Feb 14 2018
Amy Sherman
2 Minutes to read

Glenn Gross of Fat Jack's BBQGlenn Gross has been passionate about cooking since back in the day- when he was just a kid manning the grill at family barbecues. He has got a long history in the restaurant business and has done everything in the industry from washing dishes to serving as president of a company. Most recently, he’s been running a chain of Fat Jack’s BBQ restaurants.

We spoke with Glenn Gross to learn about big barbeque and the business behind Fat Jack’s BBQ.

How did you come up with the Fat Jack’s BBQ concept?

BBQ is traditionally mom and pop, roadside stands, but my partner and I knew there was a niche.  We opened our first place in New Jersey. First it was a 10,000 square foot place. Then, in the 90’s, that turned into 5 or 6 places. Those were expensive to run, so we transitioned to street food and festivals in the 2000’s.

When did franchising enter the picture?

There was demand for a restaurant so we moved into a quick-serve format from smaller units and then franchising. After we had five franchises, my business partner and I split up the business. Right now we have six restaurants.

Fat Jack's BBQ Texas Twister

How did you come up with your barbecue recipes?

My partner and I traveled around the country. A lot of pit masters were closed and wouldn’t share any secrets but some did. I started playing around with a smoker, rubs and sauces. I cook the way I like to eat. I like sweet and savory, and flavors that explode in your mouth.

What are your favorite menu items at Fat Jack’s BBQ?

I love the brisket and ribs and we do some weird sandwiches that are really unique. The Texas Twister has Texas beef brisket, Carolina pulled pork and Memphis pulled chicken with mild BBQ sauce, Monterey Jack cheese, sautéed onions, slaw and Memphis dry rub. It’s 10 inches high. We do Memphis style dry rub which you don’t find as much here and we also do burnt ends which is a Kansas City specialty.

Tell us about barbecue competitions.

I started entering them back in the mid 90’s. Initially we weren’t winning but then I took a Kansas City Barbecue judges class and figured out what the judges were looking for. After that I started winning. I keep it basic in competition. I use basically the same recipes as we do in the restaurants with only a few changes and we’ve won in just about every category. Since 1993 we’ve won about 300 awards including NJ state Wing Champion, Best Ribs in Maryland, Best of Philly and South Jersey. Those are big around here.

What are the benefits of entering competitions?

Most of it is bragging rights, I don’t go just to compete. I also want to be able to sell too as a concessionaire. I set up a tent. If you win, everyone comes over to try your food. It’s not worth my time to only win a trophy and money.

What’s the sweet spot for BBQ restaurants?

There’s more competition now than there was 10-15 years ago. The trend is to scale down, a Chipotle model. That’s our next foray. We will have lower prices, serve BBQ bowls, piles of ribs, and you can pick your sides. It will be served on a tray.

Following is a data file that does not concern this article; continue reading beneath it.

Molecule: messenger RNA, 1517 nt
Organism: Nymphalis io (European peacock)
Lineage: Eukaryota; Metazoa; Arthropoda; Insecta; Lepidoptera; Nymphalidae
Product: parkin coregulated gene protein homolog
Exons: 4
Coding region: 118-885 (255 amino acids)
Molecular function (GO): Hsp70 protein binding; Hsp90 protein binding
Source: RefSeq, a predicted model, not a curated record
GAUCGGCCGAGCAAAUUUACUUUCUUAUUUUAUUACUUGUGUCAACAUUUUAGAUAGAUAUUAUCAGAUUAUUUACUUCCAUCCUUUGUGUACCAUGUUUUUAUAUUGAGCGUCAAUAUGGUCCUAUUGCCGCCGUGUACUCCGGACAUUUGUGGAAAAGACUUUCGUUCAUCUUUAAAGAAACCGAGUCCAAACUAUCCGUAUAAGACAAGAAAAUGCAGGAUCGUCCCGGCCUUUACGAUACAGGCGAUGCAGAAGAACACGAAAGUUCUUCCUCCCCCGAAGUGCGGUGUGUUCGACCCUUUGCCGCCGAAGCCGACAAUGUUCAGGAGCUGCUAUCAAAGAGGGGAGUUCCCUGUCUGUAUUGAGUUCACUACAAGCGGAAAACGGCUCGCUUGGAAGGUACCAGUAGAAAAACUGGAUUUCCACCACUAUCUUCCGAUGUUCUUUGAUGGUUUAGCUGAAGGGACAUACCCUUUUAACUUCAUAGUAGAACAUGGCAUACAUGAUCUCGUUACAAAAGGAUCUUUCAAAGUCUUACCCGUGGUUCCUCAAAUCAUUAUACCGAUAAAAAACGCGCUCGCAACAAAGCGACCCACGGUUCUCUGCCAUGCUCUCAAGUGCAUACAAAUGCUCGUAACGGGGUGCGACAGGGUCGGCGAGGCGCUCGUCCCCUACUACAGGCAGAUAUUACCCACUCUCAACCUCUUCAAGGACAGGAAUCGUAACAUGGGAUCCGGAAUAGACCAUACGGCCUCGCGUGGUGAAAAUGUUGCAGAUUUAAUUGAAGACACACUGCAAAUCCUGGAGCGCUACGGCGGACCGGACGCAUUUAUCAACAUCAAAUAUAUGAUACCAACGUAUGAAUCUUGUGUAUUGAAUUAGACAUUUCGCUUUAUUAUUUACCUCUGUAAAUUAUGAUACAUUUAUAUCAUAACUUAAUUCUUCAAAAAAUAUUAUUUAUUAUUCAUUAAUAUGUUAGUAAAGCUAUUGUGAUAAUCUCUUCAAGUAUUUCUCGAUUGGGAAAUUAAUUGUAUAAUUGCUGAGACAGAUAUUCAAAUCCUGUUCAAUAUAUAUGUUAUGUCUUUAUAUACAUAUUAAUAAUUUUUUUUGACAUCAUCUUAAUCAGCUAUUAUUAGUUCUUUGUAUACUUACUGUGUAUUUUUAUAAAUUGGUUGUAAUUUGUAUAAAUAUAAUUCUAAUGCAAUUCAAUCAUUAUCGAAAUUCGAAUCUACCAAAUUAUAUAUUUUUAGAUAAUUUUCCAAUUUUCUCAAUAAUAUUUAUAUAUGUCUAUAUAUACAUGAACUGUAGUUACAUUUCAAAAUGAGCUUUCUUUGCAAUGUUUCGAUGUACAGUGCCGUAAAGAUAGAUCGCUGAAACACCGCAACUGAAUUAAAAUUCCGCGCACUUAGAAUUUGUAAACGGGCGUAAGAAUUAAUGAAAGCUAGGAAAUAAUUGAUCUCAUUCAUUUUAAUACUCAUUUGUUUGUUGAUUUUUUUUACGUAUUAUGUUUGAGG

What are the biggest challenges at Fat Jack’s BBQ?

Everything is made to order and takes time but customers can be impatient. I use only top of the line ingredients and that’s expensive. Ribs and brisket are not cheap. Years ago wings were a byproduct. You could get them for 30 cents a pound. Now they are $2.80 a pound.

Any other trends affecting Fat Jack’s BBQ? Any predictions?

Overall you can see what has happened with food prices. When the economy took a downturn, restaurants were closing left and right. When ingredient costs go up, you can’t raise your prices to cover that. Gluten-free is not a major issue but it’s become more of a trend. We have some things that are gluten-free and I can tell anyone who asks which items are and aren’t.

How important is radio and TV to Fat Jack’s BBQ?

We have our own radio show on Wildfire radio that we’ve been doing for a year-and-a-half: Small Bites. It airs on 6:35-7:35 Sunday nights. I’ve also been on lots of TV shows including BBQ Pitmasters. We have our own TV show in the works now too.

I get recognized in the streets and people ask for autographs just because I’m on TV. It draws customers to the restaurant too because people want to eat at places they see on shows. I make sure to always have a Fat Jack’s BBQ logo shirt or logo hat on which gets me and my brand front of how many people? I don’t know, but If I had to buy that kind of exposure it would cost a lot of money. That’s why I do it. It helps the business. I’ll never turn down a request for media.

To order Fat Jack’s BBQ award-winning dishes, look here.

Amy Sherman

Written by:

Amy Sherman

Amy Sherman is a food and travel writer, blogger and cookbook author. She has written for consumer and trade publications including Cheers, CitySearch, Epicurious, Fodor’s, FoodNetwork, Tasting Table, Where and Zagat. She is author of Williams Sonoma New Flavors for Appetizers, Wine Passport Portugal and A Microwave, A Mug, A Meal. Follow her @cookingwithamy.

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Tagged with: BBQ, Caterer Network, Catering, Lunch, Sandwiches